Keir Starmer won because he positioned his candidacy in a way that was likely to appeal to the prevailing mindset of those voting in the election.
To casual observers this will sound like a strategy that is obvious to the point of banality.
However, to plenty of Labour Party members – across the political spectrum – this will sound deeply clandestine.
Such folk would argue that it is morally reprehensible for a candidate to do anything other than make the case for things which they truly believe.
But the fact that Starmer successfully understood what voters wanted – and then aggressively marketed himself on that basis – should give great hope to Labour supporters who believe that in order for the party to achieve positive change they need to be in power.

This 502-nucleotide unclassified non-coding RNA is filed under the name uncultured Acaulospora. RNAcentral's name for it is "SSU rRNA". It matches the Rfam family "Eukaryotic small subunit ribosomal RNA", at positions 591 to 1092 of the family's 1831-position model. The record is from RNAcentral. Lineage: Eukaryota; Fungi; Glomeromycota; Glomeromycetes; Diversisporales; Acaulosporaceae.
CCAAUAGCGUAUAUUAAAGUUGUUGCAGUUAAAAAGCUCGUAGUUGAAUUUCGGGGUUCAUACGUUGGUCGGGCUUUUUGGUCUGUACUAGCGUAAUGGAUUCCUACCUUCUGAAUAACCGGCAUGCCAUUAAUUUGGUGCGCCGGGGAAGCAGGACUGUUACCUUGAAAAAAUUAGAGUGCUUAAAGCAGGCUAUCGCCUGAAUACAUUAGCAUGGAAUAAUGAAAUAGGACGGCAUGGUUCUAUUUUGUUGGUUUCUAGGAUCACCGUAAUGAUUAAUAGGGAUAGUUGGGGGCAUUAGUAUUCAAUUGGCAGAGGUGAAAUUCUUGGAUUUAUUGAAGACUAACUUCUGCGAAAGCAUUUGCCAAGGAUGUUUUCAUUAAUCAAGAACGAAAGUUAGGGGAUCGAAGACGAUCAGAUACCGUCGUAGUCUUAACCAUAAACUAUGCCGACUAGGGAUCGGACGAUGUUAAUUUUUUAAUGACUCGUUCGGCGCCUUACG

Keir Starmer worked out the issues that were most important to Labour Party members and campaigned relentlessly on the ones that he could tenably represent: an end to internal disunity whilst continuing the fight against austerity; drawing a line under Brexit whilst remaining compassionate about immigration; promising a new approach whilst respecting the previous regime.
According to Labour’s most electorally successful leader, the party’s path to power is “self-discipline not self-indulgence; listening to what people are truly saying, not hearing only the parts we want to hear”.
So, whilst critics and supporters of other candidates might accuse Starmer of not really standing for anything, the ones who genuinely want the next government to be a Labour one should be comforted by his ability to achieve his goals by understanding the needs of the electorate.